Adam’s Blog

That’s my thing, keepin’ the faith, baby. –Joe Friday

Meditations on 2 Kings 5

Posted by Adam Graham on August 7, 2006

This chapter tells the story of Naaman, a leperous captain of the Syrians. The Syrians had captured an Israelite, who was apparently treated well in Naaman’s house. She mentioned a prophet in Samaria and the King of Syria sent Naaman to Samaria, where he went to the wicked King, Jehoram:

And he brought the letter to the king of Israel, saying, “Now when this letter has come unto thee, behold, I have therewith sent Naaman my servant to thee, that thou mayest cure him of his leprosy.”

And it came to pass, when the king of Israel had read the letter, that he rent his clothes and said, “Am I God, to kill and to make alive, that this man doth send unto me to cure a man of his leprosy? Therefore consider, I pray you, and see how he seeketh a quarrel against me.”

And it was so, when Elisha the man of God had heard that the king of Israel had rent his clothes, that he sent to the king, saying, “Why hast thou rent thy clothes? Let him come now to me, and he shall know that there is a prophet in Israel.” vs. 6-8

One thing you can say for Jehoram is that he knew his limitations, which is more than you can say for some politicians, however God had made provision for Jehoram and for Naaman.

Sometimes, people come to us with a problem, be it emotional or financial, that we cannot cope with. It’s beyond our capability. At that time, it’s appropriate to pray and think of who can help.

So Naaman was sent to Elisha’s house and Elisha sent a messenger out to go and wash in the Jordan River seven times.

But Naaman was wroth and went away, and said, “Behold, I thought, `He will surely come out to me, and stand and call on the name of the LORD his God, and strike his hand over the place, and cure the leper.’

Are not Abana and Pharpar, rivers of Damascus, better than all the waters of Israel? May I not wash in them and be clean?” So he turned and went away in a rage.

And his servants came near, and spoke unto him and said, “My father, if the prophet had bid thee do some great thing, wouldest thou not have done it? How much rather then, when he saith to thee, `Wash, and be clean’?”

What had angered Naaman? What had distracted him? God had moved in a way he didn’t expect. God had done it simply. He’d been expecting the man of God to come out and heal him personally, but rather was told to go in faith and bathe in a dirty river.

The servant had far more wisdom than his master. He asked a fair question. Naaman gladly would have done great Herculean deeds to earn his healing, but here all God asked was faith.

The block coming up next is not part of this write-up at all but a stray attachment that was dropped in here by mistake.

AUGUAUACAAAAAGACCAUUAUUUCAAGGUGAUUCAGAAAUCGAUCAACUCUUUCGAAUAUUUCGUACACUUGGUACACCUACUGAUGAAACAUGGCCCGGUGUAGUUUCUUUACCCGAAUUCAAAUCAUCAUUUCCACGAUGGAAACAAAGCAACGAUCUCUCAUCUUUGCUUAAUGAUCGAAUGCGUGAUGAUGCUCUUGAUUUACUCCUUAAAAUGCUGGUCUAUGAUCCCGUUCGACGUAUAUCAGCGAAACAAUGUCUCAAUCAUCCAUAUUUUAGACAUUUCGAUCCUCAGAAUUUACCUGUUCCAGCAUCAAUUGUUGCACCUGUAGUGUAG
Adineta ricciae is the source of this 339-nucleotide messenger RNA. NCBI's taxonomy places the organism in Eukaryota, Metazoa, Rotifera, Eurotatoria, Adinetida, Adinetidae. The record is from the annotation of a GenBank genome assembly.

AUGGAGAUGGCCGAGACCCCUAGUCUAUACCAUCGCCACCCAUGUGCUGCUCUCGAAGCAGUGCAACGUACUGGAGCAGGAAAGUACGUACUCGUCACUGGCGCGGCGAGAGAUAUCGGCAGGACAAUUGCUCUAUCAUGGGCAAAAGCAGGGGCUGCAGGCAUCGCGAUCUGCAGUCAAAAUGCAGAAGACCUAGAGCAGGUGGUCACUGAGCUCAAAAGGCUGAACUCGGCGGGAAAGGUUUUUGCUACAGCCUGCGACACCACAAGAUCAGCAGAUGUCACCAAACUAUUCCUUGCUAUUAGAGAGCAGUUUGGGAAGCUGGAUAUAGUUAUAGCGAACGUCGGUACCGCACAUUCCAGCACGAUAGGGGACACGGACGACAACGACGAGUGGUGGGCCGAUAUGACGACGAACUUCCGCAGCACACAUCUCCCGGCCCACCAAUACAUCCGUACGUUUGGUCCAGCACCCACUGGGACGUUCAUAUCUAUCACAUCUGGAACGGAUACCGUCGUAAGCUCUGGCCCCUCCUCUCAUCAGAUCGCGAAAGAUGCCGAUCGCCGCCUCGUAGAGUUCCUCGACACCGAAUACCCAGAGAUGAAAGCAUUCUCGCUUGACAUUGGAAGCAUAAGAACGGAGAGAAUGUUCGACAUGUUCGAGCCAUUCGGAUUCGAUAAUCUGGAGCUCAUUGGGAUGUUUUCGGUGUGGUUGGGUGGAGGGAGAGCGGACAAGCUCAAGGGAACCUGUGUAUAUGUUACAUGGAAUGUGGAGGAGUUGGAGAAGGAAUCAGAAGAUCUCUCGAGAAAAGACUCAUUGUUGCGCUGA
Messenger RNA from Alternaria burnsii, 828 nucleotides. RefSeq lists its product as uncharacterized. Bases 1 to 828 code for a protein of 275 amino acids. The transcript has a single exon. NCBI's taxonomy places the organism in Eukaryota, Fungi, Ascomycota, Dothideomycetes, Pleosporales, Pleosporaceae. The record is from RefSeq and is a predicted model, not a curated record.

It’s what stops many people from coming to Christ, because on the surface, it’s easy, but also counter to our internal thoughts. It leaves them no one to thank, other than God, and no room for boasting. Our pride and our expectations keep us from God’s blessing, just as it almost did with Naaman. God asks faith and obedience to His will, nor matter how little sense it may make to you on an Earthly level.

Faith healed Naaman. Then, Naaman came to offer Elisha a blessing, but Elisha refused. Naaman promised to only offer sacrifices to the Lord and to refrain from the worship of false gods, except it was required by his position when the King went into the house of Rhimnon.

Why didn’t Elisha take a blessing? Because Elisha wanted all the glory and honor to go to God alone. It wasn’t about Elisha being rich, it was about Naaman learning of the one true God who was real and had servants who obeyed his voice. What follows is one of the Bible’s great cautionary tales for those in ministry.

Elisha’s servant saw a big time donation walking out the door and ran after him, pledging to get something of him. He told Naaman two young sons of the Prophets had arrived and asked for two changes of garments and a talent of silver. Naaman was so generous, he gave two talents.

And when he came to the tower, he took them from their hand, and bestowed them in the house: and he let the men go, and they departed.

But he went in, and stood before his master. And Elisha said unto him, Whence comest thou, Gehazi? And he said, Thy servant went no whither.

And he said unto him, Went not mine heart with thee, when the man turned again from his chariot to meet thee? Is it a time to receive money, and to receive garments, and oliveyards, and vineyards, and sheep, and oxen, and menservants, and maidservants?

The leprosy therefore of Naaman shall cleave unto thee, and unto thy seed for ever. And he went out from his presence a leper as white as snow.

Just as God gave Adam and Eve a chance to tell the truth, so Elisha gave Gehazi the chance. Elisha’s asked, “Is it a time to receive money and gain? No, its time to behold the Glory of the Lord.”

Anytime God moves, you have men, like Gehazi, who move in to capitalize, but God will not be made into product. God will not be sold in the marketplace to build riches. Gehazi should have fallen down and worshiped the Lord who has power over everything, from whom nothing is hidden.

Gehazi didn’t have a heart for God, he had a heart for money and he got to keep his money, but at a high price. Oh, how many Gehazis run rampant in our world.


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